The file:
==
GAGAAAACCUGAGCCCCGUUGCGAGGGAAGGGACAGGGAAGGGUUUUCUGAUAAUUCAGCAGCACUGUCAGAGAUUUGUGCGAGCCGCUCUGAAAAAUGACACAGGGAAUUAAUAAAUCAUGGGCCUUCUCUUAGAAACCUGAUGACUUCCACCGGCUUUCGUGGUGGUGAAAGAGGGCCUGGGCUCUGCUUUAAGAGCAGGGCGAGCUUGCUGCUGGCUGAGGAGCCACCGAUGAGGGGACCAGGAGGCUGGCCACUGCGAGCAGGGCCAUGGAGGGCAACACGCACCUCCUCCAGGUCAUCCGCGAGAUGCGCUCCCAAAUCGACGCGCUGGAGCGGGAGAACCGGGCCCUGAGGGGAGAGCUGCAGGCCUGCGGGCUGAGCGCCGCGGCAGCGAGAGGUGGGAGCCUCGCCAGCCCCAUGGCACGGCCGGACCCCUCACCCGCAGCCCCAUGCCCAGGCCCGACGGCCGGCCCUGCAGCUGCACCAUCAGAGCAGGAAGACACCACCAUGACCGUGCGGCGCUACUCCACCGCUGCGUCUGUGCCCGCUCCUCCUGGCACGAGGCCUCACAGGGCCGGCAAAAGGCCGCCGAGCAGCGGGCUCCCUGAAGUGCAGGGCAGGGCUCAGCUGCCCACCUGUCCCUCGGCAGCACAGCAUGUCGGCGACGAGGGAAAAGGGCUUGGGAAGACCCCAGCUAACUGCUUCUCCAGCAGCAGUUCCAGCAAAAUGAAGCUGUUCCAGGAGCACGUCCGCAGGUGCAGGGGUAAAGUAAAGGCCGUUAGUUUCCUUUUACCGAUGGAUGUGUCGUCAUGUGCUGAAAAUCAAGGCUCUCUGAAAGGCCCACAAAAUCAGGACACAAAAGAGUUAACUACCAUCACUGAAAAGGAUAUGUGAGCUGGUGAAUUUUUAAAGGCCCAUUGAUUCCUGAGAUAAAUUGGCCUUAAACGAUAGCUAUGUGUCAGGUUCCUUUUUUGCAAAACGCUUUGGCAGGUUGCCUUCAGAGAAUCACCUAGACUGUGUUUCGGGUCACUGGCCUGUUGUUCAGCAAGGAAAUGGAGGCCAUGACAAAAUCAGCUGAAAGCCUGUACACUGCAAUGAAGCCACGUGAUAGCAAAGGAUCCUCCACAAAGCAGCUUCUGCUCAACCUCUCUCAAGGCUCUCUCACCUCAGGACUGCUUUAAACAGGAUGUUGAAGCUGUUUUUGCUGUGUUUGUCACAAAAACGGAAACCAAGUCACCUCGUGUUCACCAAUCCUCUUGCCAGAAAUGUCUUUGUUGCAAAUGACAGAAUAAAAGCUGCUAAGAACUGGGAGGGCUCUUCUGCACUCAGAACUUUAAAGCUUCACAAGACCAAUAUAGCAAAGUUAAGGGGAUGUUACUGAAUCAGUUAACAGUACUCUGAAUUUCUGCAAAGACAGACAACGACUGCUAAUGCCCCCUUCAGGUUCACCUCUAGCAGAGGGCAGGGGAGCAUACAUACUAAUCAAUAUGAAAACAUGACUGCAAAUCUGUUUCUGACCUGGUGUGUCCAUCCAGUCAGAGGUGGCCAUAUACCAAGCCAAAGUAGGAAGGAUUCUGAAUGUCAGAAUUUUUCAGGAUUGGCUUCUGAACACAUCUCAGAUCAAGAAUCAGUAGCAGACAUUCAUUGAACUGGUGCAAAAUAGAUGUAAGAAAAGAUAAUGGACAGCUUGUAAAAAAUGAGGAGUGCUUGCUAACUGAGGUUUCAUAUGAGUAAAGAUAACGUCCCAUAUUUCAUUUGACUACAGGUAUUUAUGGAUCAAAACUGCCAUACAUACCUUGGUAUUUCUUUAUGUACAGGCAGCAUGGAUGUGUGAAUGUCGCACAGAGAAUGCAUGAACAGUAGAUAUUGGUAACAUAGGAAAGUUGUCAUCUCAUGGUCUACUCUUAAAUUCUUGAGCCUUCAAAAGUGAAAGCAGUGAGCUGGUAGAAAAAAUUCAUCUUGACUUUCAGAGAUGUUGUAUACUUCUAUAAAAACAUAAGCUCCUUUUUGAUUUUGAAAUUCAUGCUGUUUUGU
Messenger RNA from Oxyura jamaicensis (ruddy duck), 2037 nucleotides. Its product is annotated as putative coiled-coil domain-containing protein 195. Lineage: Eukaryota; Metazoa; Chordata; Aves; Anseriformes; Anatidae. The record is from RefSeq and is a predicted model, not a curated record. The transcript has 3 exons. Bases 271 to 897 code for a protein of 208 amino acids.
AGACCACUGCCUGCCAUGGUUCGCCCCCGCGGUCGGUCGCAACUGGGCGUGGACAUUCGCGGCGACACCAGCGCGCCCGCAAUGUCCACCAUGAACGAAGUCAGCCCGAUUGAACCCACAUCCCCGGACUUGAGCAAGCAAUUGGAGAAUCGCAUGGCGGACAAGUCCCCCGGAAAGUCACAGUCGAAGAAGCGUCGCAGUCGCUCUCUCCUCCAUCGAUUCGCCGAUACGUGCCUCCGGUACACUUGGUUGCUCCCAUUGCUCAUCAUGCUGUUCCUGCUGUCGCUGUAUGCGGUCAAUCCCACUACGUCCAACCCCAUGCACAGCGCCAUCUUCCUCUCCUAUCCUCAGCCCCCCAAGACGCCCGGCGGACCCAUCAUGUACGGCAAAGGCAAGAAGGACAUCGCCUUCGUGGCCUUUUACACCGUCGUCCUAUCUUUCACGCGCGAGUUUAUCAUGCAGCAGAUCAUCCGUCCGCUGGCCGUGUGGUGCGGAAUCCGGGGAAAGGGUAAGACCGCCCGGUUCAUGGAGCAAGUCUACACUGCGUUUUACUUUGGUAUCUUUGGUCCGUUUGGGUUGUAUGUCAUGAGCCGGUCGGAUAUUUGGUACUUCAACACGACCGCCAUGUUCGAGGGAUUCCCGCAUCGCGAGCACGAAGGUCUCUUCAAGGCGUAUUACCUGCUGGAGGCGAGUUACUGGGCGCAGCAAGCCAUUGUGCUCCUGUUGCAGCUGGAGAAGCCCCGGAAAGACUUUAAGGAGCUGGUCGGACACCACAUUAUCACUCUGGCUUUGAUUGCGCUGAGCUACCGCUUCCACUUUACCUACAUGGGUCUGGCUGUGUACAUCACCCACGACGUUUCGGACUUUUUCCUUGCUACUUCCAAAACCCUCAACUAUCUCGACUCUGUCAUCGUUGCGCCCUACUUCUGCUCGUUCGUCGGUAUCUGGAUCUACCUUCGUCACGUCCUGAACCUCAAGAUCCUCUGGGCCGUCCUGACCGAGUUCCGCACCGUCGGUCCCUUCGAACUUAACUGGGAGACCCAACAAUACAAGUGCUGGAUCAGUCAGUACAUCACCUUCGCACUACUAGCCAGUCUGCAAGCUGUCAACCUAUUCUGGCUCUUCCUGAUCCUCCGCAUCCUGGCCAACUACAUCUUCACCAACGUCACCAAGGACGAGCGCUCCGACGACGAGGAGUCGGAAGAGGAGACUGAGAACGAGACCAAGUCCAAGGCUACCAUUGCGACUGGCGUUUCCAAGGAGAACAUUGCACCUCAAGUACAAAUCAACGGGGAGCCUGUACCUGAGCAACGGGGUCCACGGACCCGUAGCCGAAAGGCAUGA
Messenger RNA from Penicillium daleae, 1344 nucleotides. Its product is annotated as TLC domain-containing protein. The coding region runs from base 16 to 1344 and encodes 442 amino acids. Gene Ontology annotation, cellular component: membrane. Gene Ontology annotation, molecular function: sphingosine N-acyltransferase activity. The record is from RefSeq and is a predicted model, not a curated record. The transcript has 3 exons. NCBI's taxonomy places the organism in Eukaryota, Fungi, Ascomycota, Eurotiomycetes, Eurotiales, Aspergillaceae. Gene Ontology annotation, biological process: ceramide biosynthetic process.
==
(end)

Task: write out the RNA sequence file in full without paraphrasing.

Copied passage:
GAGAAAACCUGAGCCCCGUUGCGAGGGAAGGGACAGGGAAGGGUUUUCUGAUAAUUCAGCAGCACUGUCAGAGAUUUGUGCGAGCCGCUCUGAAAAAUGACACAGGGAAUUAAUAAAUCAUGGGCCUUCUCUUAGAAACCUGAUGACUUCCACCGGCUUUCGUGGUGGUGAAAGAGGGCCUGGGCUCUGCUUUAAGAGCAGGGCGAGCUUGCUGCUGGCUGAGGAGCCACCGAUGAGGGGACCAGGAGGCUGGCCACUGCGAGCAGGGCCAUGGAGGGCAACACGCACCUCCUCCAGGUCAUCCGCGAGAUGCGCUCCCAAAUCGACGCGCUGGAGCGGGAGAACCGGGCCCUGAGGGGAGAGCUGCAGGCCUGCGGGCUGAGCGCCGCGGCAGCGAGAGGUGGGAGCCUCGCCAGCCCCAUGGCACGGCCGGACCCCUCACCCGCAGCCCCAUGCCCAGGCCCGACGGCCGGCCCUGCAGCUGCACCAUCAGAGCAGGAAGACACCACCAUGACCGUGCGGCGCUACUCCACCGCUGCGUCUGUGCCCGCUCCUCCUGGCACGAGGCCUCACAGGGCCGGCAAAAGGCCGCCGAGCAGCGGGCUCCCUGAAGUGCAGGGCAGGGCUCAGCUGCCCACCUGUCCCUCGGCAGCACAGCAUGUCGGCGACGAGGGAAAAGGGCUUGGGAAGACCCCAGCUAACUGCUUCUCCAGCAGCAGUUCCAGCAAAAUGAAGCUGUUCCAGGAGCACGUCCGCAGGUGCAGGGGUAAAGUAAAGGCCGUUAGUUUCCUUUUACCGAUGGAUGUGUCGUCAUGUGCUGAAAAUCAAGGCUCUCUGAAAGGCCCACAAAAUCAGGACACAAAAGAGUUAACUACCAUCACUGAAAAGGAUAUGUGAGCUGGUGAAUUUUUAAAGGCCCAUUGAUUCCUGAGAUAAAUUGGCCUUAAACGAUAGCUAUGUGUCAGGUUCCUUUUUUGCAAAACGCUUUGGCAGGUUGCCUUCAGAGAAUCACCUAGACUGUGUUUCGGGUCACUGGCCUGUUGUUCAGCAAGGAAAUGGAGGCCAUGACAAAAUCAGCUGAAAGCCUGUACACUGCAAUGAAGCCACGUGAUAGCAAAGGAUCCUCCACAAAGCAGCUUCUGCUCAACCUCUCUCAAGGCUCUCUCACCUCAGGACUGCUUUAAACAGGAUGUUGAAGCUGUUUUUGCUGUGUUUGUCACAAAAACGGAAACCAAGUCACCUCGUGUUCACCAAUCCUCUUGCCAGAAAUGUCUUUGUUGCAAAUGACAGAAUAAAAGCUGCUAAGAACUGGGAGGGCUCUUCUGCACUCAGAACUUUAAAGCUUCACAAGACCAAUAUAGCAAAGUUAAGGGGAUGUUACUGAAUCAGUUAACAGUACUCUGAAUUUCUGCAAAGACAGACAACGACUGCUAAUGCCCCCUUCAGGUUCACCUCUAGCAGAGGGCAGGGGAGCAUACAUACUAAUCAAUAUGAAAACAUGACUGCAAAUCUGUUUCUGACCUGGUGUGUCCAUCCAGUCAGAGGUGGCCAUAUACCAAGCCAAAGUAGGAAGGAUUCUGAAUGUCAGAAUUUUUCAGGAUUGGCUUCUGAACACAUCUCAGAUCAAGAAUCAGUAGCAGACAUUCAUUGAACUGGUGCAAAAUAGAUGUAAGAAAAGAUAAUGGACAGCUUGUAAAAAAUGAGGAGUGCUUGCUAACUGAGGUUUCAUAUGAGUAAAGAUAACGUCCCAUAUUUCAUUUGACUACAGGUAUUUAUGGAUCAAAACUGCCAUACAUACCUUGGUAUUUCUUUAUGUACAGGCAGCAUGGAUGUGUGAAUGUCGCACAGAGAAUGCAUGAACAGUAGAUAUUGGUAACAUAGGAAAGUUGUCAUCUCAUGGUCUACUCUUAAAUUCUUGAGCCUUCAAAAGUGAAAGCAGUGAGCUGGUAGAAAAAAUUCAUCUUGACUUUCAGAGAUGUUGUAUACUUCUAUAAAAACAUAAGCUCCUUUUUGAUUUUGAAAUUCAUGCUGUUUUGU
Messenger RNA from Oxyura jamaicensis (ruddy duck), 2037 nucleotides. Its product is annotated as putative coiled-coil domain-containing protein 195. Lineage: Eukaryota; Metazoa; Chordata; Aves; Anseriformes; Anatidae. The record is from RefSeq and is a predicted model, not a curated record. The transcript has 3 exons. Bases 271 to 897 code for a protein of 208 amino acids.
AGACCACUGCCUGCCAUGGUUCGCCCCCGCGGUCGGUCGCAACUGGGCGUGGACAUUCGCGGCGACACCAGCGCGCCCGCAAUGUCCACCAUGAACGAAGUCAGCCCGAUUGAACCCACAUCCCCGGACUUGAGCAAGCAAUUGGAGAAUCGCAUGGCGGACAAGUCCCCCGGAAAGUCACAGUCGAAGAAGCGUCGCAGUCGCUCUCUCCUCCAUCGAUUCGCCGAUACGUGCCUCCGGUACACUUGGUUGCUCCCAUUGCUCAUCAUGCUGUUCCUGCUGUCGCUGUAUGCGGUCAAUCCCACUACGUCCAACCCCAUGCACAGCGCCAUCUUCCUCUCCUAUCCUCAGCCCCCCAAGACGCCCGGCGGACCCAUCAUGUACGGCAAAGGCAAGAAGGACAUCGCCUUCGUGGCCUUUUACACCGUCGUCCUAUCUUUCACGCGCGAGUUUAUCAUGCAGCAGAUCAUCCGUCCGCUGGCCGUGUGGUGCGGAAUCCGGGGAAAGGGUAAGACCGCCCGGUUCAUGGAGCAAGUCUACACUGCGUUUUACUUUGGUAUCUUUGGUCCGUUUGGGUUGUAUGUCAUGAGCCGGUCGGAUAUUUGGUACUUCAACACGACCGCCAUGUUCGAGGGAUUCCCGCAUCGCGAGCACGAAGGUCUCUUCAAGGCGUAUUACCUGCUGGAGGCGAGUUACUGGGCGCAGCAAGCCAUUGUGCUCCUGUUGCAGCUGGAGAAGCCCCGGAAAGACUUUAAGGAGCUGGUCGGACACCACAUUAUCACUCUGGCUUUGAUUGCGCUGAGCUACCGCUUCCACUUUACCUACAUGGGUCUGGCUGUGUACAUCACCCACGACGUUUCGGACUUUUUCCUUGCUACUUCCAAAACCCUCAACUAUCUCGACUCUGUCAUCGUUGCGCCCUACUUCUGCUCGUUCGUCGGUAUCUGGAUCUACCUUCGUCACGUCCUGAACCUCAAGAUCCUCUGGGCCGUCCUGACCGAGUUCCGCACCGUCGGUCCCUUCGAACUUAACUGGGAGACCCAACAAUACAAGUGCUGGAUCAGUCAGUACAUCACCUUCGCACUACUAGCCAGUCUGCAAGCUGUCAACCUAUUCUGGCUCUUCCUGAUCCUCCGCAUCCUGGCCAACUACAUCUUCACCAACGUCACCAAGGACGAGCGCUCCGACGACGAGGAGUCGGAAGAGGAGACUGAGAACGAGACCAAGUCCAAGGCUACCAUUGCGACUGGCGUUUCCAAGGAGAACAUUGCACCUCAAGUACAAAUCAACGGGGAGCCUGUACCUGAGCAACGGGGUCCACGGACCCGUAGCCGAAAGGCAUGA
Messenger RNA from Penicillium daleae, 1344 nucleotides. Its product is annotated as TLC domain-containing protein. The coding region runs from base 16 to 1344 and encodes 442 amino acids. Gene Ontology annotation, cellular component: membrane. Gene Ontology annotation, molecular function: sphingosine N-acyltransferase activity. The record is from RefSeq and is a predicted model, not a curated record. The transcript has 3 exons. NCBI's taxonomy places the organism in Eukaryota, Fungi, Ascomycota, Eurotiomycetes, Eurotiales, Aspergillaceae. Gene Ontology annotation, biological process: ceramide biosynthetic process.